Last night I had the pleasure to attend the public meeting held by Ashcroft to unveil their proposal for developing the Soeurs de la Visitation site on Richmond Road, just west of Island Park Drive. This is a five acre site, still occupied by the cloistered convent buildings even if the nuns are leaving.
The meeting was well attended (about 300 people) in a very hot church basement. The Ashcroft slide show was a thorough review of the planning process leading up to the proposed plan. They then went through the plan in a lot of detail. It was good consultation, with a concerned and well mannered audience.
My first impression was they were putting in a lot of buildings, but the site does remain 50% open space, and the building massing and stepping up in height was well handled. The site plan consists of five or six buildings and twelve courtyard spaces, each one handled with thought and care, not just empty spaces. I have some doubts about how pedestrian friendly the front courtyard will be given that it is for use by cars and pedestrians on an undifferentiated surface (ie people and cars mix — no sidewalk! It may be all the planning rage in Holland but Wonufs didn’t work here either…).
Questions from the audience were generally thoughtful, with a few grandstanding ones thrown in. I am not surprised that someone would prefer they get their view of the convent buildings while driving by at 40km, but I was surprised they would actually admit to that in public. Instead, the heritage people claim it is a cloistered building to be viewed close up, and for heritage honesty they kept the public views from inside the site, up close. Of course, this conveniently left the Richmond Road frontage clear for the largest building and commercial spaces as part of the Main Street facade.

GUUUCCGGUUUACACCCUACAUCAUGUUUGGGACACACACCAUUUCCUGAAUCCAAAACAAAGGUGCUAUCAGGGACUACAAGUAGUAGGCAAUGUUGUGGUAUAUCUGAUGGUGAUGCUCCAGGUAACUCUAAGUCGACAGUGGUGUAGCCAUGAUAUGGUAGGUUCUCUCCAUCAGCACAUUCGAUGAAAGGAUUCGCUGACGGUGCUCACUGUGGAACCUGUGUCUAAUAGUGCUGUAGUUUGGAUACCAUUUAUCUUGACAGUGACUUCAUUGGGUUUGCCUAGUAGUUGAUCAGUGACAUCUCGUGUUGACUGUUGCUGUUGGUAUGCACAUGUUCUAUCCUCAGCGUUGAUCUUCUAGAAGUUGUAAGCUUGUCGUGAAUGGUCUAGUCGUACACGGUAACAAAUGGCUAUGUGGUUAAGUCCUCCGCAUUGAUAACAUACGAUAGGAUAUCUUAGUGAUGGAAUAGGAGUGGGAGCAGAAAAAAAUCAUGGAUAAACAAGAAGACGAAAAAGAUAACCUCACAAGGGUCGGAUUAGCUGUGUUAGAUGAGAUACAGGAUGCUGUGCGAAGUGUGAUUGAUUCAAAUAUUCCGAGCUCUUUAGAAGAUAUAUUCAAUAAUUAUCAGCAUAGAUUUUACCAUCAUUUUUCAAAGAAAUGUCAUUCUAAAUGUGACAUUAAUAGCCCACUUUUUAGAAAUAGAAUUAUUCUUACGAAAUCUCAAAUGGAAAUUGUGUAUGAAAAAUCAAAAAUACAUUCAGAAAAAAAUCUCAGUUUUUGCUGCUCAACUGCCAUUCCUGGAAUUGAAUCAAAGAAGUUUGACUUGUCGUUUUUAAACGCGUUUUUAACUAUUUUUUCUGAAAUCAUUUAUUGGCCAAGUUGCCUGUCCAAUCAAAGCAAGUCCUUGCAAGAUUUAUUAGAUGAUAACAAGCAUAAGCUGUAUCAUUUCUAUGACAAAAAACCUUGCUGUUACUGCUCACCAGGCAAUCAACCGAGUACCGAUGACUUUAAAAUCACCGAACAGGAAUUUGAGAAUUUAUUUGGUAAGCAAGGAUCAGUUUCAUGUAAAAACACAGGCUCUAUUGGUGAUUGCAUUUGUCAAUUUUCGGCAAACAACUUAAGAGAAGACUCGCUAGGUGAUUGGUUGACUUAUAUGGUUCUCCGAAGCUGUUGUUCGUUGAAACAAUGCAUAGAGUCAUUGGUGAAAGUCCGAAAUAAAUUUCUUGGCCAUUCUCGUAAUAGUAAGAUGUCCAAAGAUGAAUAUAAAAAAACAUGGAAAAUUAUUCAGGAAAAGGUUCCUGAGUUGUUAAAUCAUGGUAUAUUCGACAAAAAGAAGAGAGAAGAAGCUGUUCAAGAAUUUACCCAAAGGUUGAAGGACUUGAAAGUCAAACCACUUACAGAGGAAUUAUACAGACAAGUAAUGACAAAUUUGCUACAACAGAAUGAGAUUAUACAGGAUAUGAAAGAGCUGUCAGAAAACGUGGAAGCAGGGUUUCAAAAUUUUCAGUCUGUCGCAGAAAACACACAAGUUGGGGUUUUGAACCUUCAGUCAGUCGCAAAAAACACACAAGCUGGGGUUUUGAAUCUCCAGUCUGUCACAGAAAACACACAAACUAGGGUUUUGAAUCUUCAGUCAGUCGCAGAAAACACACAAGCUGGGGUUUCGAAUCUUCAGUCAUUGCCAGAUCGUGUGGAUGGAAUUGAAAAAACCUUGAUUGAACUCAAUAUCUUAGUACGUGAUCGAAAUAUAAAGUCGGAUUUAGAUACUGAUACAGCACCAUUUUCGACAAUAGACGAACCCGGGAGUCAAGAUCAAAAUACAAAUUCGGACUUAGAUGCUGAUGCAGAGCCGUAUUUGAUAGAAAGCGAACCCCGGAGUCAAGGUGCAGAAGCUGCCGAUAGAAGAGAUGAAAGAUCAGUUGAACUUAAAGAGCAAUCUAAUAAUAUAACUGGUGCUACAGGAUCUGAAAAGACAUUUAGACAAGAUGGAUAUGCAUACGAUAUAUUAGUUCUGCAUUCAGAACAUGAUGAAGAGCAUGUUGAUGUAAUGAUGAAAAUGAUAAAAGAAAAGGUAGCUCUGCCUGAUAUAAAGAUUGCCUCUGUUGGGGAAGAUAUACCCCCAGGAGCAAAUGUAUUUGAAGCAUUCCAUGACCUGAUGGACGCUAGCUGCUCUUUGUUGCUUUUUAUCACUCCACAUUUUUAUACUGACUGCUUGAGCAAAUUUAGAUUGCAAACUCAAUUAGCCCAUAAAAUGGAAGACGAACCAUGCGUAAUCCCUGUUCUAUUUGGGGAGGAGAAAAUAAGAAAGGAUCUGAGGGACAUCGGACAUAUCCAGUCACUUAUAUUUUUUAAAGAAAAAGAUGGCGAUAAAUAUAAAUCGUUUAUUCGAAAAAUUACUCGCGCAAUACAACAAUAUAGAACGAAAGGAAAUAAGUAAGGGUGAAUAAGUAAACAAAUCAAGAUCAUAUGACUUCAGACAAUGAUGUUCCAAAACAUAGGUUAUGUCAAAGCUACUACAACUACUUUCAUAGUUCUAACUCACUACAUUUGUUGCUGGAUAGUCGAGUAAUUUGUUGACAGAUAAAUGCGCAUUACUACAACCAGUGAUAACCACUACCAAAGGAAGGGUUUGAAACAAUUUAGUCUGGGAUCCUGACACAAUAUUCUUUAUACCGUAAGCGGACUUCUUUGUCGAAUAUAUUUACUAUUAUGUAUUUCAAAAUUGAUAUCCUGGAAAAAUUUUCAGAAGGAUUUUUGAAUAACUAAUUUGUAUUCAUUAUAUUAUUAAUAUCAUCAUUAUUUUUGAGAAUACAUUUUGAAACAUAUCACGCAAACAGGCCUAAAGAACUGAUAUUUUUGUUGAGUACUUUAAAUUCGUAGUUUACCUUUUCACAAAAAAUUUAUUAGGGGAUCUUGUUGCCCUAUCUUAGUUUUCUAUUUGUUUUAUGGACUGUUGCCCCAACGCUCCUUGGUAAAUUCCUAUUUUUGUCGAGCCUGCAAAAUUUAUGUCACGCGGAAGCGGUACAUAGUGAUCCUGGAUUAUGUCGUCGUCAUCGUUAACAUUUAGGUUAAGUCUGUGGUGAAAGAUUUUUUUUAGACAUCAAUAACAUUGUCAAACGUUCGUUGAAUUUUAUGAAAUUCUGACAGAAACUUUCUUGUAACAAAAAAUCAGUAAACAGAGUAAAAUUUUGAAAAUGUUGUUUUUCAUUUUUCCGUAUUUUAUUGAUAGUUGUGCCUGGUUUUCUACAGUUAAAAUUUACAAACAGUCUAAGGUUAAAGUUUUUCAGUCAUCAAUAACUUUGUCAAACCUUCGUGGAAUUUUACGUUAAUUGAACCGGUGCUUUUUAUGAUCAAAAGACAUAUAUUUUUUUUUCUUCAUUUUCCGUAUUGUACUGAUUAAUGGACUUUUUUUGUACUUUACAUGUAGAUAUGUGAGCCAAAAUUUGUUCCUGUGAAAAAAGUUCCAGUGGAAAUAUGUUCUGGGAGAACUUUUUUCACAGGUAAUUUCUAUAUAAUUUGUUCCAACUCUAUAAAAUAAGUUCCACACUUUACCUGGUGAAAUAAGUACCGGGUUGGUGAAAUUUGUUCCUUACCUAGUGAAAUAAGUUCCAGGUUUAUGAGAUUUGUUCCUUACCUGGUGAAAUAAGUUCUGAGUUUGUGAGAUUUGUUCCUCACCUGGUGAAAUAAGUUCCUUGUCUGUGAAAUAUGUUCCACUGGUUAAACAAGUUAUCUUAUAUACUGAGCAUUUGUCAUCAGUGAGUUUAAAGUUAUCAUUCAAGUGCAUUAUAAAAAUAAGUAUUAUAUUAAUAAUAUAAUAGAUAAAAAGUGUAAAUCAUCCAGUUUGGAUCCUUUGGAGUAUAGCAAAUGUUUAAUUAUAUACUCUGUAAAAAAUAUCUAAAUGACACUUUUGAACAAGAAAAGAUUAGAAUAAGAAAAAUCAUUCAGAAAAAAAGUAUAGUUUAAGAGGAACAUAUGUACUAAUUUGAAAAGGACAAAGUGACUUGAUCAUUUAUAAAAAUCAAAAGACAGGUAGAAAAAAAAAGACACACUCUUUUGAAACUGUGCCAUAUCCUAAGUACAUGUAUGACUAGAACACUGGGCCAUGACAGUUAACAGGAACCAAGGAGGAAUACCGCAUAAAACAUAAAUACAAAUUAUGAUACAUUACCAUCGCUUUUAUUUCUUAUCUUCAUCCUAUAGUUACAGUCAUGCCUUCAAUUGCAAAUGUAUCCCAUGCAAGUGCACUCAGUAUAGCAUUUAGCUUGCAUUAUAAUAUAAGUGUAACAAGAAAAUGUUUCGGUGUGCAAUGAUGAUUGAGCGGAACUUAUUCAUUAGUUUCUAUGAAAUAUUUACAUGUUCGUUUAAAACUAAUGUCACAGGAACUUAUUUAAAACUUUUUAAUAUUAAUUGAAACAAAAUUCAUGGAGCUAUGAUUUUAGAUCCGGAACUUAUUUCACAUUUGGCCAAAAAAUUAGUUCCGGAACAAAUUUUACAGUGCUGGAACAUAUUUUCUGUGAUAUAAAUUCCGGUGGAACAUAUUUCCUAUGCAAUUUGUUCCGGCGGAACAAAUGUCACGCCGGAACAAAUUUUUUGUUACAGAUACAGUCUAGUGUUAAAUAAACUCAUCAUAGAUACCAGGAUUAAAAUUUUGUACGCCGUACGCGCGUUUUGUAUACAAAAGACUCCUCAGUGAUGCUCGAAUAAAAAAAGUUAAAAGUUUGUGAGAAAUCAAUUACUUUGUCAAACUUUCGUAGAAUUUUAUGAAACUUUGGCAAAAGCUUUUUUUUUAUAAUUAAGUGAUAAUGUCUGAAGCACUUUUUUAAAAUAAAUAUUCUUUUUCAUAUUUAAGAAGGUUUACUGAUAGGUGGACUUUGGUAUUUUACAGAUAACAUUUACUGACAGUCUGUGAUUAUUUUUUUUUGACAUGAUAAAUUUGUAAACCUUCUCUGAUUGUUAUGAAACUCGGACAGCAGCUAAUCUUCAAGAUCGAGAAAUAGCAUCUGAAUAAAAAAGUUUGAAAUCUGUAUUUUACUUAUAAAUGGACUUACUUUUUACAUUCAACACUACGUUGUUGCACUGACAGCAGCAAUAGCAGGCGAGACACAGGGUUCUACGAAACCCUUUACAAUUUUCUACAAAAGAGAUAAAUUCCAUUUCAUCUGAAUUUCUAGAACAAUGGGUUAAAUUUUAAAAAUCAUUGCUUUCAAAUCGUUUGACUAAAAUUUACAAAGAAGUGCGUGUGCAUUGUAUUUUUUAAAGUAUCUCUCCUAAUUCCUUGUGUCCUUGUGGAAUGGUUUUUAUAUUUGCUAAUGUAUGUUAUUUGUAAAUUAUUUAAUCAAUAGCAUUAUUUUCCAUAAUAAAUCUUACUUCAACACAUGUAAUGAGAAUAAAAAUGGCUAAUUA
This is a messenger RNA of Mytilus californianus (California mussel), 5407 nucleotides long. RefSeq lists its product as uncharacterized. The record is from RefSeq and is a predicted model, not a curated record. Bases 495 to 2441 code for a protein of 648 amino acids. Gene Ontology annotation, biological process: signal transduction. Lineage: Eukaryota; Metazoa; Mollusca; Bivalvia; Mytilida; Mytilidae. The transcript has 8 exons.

Also on the heritage aspect, I was disappointed to learn that the Sisters have painted over all the decorated walls and pictures with gray paint, presumably for some religious reason that escapes me. They are apparently planning to strip the building of some of its heritage stair cases to resell. Hmm. But then they aren’t the Soeurs de la Charite.
One speaker encouraged the audience to express by show of hands if they thought it was too dense a development, and got only about 50% show of hands. Whether others disagreed with the notion, or his method of voting, was unclear.
The proponents made clear they were providing a variety of housing types for a variety of markets, with a generous dose of old-age units. I thought this was a progressive program and well in tune with reality, but it generated little positive spin amongst the audience (and one speaker who thought all those “paying” people would object to rowdy parties on the lawn that, apparently, he hoped to partake in).